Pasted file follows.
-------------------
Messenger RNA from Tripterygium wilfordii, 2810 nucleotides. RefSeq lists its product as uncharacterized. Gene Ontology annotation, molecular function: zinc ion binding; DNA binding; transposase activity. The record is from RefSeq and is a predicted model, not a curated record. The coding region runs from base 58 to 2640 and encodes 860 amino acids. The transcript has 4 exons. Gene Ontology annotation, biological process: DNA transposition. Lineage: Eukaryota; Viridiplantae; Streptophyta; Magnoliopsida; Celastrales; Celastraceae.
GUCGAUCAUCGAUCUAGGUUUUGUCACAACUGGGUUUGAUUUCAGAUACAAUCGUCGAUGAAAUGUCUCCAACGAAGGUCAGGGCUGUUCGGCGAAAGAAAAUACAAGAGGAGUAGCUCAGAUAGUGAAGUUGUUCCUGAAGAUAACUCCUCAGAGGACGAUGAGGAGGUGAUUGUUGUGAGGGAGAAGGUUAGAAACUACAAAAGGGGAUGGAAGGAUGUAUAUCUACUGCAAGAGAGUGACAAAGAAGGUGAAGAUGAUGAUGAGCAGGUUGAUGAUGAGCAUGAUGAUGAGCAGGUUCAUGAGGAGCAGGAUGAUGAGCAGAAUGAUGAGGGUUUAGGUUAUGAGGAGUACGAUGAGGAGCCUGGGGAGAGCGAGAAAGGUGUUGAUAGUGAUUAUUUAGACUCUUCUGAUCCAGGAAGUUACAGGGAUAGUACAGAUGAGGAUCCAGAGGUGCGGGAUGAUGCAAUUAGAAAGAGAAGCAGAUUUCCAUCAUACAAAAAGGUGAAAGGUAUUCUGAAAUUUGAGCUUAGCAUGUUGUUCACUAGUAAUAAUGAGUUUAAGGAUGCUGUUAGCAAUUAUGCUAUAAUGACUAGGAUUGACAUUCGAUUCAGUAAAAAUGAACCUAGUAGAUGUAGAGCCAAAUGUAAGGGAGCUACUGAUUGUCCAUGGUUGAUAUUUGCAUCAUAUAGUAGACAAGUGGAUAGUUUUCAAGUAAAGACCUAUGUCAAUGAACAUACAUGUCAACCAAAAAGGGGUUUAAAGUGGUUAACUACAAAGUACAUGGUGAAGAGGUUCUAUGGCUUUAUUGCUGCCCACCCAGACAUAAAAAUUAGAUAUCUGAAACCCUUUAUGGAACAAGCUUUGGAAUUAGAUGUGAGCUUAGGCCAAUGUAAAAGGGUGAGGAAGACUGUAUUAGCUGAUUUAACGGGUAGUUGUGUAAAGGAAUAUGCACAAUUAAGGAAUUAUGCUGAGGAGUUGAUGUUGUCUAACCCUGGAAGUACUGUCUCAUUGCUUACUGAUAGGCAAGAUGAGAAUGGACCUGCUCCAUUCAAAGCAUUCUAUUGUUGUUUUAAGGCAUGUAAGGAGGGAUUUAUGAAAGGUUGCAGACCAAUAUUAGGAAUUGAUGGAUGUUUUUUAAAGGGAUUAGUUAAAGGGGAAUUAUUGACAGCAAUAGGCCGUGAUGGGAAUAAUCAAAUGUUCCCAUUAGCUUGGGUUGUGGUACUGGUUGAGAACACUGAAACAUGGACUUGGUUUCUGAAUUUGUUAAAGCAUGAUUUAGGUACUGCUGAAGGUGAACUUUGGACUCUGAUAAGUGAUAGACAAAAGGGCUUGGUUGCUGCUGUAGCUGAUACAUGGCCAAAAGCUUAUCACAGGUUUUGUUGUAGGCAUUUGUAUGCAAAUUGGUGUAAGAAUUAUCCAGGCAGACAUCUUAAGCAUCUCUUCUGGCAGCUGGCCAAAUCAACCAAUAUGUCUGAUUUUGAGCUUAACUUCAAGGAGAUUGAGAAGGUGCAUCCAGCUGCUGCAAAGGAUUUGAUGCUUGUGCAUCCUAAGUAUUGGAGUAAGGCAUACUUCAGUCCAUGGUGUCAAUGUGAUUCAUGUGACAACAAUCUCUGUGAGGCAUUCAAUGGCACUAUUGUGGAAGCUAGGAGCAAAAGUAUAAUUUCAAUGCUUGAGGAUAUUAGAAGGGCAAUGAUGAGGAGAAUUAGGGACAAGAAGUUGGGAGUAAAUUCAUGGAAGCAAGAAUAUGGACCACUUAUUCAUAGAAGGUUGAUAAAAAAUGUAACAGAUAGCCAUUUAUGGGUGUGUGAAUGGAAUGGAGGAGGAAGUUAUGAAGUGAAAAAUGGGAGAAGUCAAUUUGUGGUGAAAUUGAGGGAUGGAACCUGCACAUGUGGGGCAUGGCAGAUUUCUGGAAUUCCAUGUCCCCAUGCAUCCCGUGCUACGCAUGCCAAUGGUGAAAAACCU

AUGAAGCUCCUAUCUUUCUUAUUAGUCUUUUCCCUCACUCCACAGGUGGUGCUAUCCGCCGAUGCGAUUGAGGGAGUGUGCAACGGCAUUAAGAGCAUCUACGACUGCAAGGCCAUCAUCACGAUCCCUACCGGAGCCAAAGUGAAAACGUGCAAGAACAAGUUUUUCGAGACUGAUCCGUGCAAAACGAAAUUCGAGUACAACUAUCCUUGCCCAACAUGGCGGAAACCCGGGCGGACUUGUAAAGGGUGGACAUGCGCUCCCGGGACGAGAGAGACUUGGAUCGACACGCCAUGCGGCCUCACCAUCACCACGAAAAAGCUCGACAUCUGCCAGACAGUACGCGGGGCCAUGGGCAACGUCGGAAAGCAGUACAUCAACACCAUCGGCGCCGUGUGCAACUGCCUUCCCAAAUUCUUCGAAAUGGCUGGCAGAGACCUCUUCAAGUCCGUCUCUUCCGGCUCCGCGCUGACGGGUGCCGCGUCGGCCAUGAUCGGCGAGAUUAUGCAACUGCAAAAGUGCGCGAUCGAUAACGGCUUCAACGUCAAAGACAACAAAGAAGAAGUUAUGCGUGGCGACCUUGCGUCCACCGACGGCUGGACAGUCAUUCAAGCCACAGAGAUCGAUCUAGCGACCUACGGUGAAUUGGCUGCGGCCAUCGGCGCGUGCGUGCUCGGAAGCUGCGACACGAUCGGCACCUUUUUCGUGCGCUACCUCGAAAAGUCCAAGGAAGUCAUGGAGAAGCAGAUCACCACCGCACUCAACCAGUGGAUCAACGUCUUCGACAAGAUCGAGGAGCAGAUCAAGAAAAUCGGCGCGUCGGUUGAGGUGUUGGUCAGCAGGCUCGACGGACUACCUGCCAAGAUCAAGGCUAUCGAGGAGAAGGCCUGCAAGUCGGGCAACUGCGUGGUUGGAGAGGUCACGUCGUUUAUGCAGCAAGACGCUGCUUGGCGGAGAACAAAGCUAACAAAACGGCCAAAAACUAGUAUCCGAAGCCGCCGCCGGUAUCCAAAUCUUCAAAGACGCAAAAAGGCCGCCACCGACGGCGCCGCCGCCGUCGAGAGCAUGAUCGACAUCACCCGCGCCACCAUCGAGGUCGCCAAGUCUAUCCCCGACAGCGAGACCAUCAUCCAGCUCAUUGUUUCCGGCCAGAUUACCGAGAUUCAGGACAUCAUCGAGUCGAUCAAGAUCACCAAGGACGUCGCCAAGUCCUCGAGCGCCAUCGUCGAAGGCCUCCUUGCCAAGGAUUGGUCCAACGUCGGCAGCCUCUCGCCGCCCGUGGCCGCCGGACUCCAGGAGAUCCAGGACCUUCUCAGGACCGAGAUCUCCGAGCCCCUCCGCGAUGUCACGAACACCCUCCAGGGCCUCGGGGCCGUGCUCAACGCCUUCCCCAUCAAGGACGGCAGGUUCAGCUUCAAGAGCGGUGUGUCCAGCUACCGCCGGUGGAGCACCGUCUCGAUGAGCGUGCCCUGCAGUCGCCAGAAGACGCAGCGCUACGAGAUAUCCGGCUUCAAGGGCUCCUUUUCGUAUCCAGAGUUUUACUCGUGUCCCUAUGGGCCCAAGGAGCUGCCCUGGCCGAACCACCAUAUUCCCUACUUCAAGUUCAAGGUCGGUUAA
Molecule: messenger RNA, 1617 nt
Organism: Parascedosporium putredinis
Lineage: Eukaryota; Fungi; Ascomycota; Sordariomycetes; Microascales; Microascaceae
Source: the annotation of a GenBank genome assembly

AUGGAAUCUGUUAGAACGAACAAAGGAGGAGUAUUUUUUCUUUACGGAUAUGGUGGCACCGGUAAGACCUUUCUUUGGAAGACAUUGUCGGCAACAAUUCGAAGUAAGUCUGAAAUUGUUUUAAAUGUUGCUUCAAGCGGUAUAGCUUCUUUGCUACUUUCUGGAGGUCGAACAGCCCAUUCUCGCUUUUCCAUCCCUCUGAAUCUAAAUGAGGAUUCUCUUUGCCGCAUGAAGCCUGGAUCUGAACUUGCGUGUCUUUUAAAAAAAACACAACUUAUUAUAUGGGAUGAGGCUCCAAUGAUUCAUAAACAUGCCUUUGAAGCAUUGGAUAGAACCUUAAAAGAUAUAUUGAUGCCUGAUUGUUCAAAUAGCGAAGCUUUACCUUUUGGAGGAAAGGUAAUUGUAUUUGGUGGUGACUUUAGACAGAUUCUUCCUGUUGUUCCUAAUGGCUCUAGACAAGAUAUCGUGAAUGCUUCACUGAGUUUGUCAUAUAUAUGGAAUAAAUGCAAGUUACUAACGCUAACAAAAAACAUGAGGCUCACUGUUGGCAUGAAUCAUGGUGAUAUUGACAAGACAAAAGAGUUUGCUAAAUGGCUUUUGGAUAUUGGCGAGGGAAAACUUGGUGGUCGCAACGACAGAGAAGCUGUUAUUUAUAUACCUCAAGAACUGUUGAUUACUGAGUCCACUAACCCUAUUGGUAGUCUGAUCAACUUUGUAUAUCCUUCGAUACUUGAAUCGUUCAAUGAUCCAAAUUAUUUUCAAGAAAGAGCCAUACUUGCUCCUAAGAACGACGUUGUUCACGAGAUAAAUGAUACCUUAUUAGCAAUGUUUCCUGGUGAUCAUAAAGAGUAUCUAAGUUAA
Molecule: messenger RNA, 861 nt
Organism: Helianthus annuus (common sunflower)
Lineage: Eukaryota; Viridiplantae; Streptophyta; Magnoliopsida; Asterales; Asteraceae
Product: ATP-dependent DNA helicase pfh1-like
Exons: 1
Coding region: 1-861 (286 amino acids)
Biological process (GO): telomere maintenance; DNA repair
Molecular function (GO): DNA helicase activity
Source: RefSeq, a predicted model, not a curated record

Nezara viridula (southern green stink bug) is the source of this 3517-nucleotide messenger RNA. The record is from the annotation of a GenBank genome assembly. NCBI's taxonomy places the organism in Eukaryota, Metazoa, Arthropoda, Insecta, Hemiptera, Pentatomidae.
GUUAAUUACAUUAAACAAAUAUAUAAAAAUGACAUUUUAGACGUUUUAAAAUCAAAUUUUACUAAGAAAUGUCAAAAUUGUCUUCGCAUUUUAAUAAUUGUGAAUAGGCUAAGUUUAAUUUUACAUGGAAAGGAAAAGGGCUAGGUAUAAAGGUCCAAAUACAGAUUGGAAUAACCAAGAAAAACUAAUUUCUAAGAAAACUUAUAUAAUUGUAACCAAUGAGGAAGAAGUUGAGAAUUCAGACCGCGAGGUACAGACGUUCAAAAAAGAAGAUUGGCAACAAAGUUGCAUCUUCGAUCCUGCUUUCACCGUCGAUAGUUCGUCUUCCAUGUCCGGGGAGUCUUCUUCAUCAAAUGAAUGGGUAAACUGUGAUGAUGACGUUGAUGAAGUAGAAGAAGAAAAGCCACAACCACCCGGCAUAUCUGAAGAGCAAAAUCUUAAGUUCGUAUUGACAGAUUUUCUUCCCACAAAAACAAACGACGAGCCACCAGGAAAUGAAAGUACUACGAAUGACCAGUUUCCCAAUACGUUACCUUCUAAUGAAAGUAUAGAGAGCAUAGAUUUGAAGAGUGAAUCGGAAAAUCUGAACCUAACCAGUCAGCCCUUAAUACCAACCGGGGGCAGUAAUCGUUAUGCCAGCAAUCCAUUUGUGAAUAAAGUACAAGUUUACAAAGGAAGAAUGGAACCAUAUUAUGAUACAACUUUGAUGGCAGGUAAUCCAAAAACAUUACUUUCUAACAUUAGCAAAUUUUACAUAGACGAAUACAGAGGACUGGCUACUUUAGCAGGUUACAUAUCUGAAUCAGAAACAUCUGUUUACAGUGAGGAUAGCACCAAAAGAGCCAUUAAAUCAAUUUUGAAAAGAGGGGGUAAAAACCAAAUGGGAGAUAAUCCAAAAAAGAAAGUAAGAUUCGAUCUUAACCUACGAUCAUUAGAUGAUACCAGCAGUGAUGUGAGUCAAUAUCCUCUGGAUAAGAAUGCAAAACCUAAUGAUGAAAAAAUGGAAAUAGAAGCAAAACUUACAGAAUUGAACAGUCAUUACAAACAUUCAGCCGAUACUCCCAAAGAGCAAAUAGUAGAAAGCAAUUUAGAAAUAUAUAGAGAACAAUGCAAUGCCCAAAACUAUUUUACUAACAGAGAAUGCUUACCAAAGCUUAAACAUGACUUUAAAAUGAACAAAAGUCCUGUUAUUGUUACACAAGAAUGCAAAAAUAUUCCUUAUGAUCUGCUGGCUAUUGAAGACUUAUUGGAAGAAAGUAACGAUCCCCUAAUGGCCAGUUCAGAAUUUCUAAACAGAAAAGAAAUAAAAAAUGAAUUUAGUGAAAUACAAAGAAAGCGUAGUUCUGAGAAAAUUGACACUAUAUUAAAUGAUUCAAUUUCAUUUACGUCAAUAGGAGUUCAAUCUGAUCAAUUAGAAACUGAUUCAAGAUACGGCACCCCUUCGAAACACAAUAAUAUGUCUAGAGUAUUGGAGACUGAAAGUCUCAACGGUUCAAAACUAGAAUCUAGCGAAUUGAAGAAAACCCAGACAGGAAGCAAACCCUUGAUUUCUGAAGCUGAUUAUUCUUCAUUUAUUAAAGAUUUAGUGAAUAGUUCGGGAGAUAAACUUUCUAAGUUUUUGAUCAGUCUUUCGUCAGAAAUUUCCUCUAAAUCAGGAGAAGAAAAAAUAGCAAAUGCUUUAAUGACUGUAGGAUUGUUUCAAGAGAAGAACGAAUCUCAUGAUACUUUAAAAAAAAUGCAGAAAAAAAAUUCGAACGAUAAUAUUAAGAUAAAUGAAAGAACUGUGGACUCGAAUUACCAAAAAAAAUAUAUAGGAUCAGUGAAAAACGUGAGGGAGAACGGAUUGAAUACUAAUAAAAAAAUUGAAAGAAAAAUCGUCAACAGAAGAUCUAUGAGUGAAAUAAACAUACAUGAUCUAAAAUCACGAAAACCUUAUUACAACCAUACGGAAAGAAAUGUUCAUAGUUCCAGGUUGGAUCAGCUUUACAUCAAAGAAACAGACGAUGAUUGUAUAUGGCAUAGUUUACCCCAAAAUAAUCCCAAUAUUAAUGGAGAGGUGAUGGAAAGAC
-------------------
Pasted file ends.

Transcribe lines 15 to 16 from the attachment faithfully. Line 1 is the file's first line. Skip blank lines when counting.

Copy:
Biological process (GO): telomere maintenance; DNA repair
Molecular function (GO): DNA helicase activity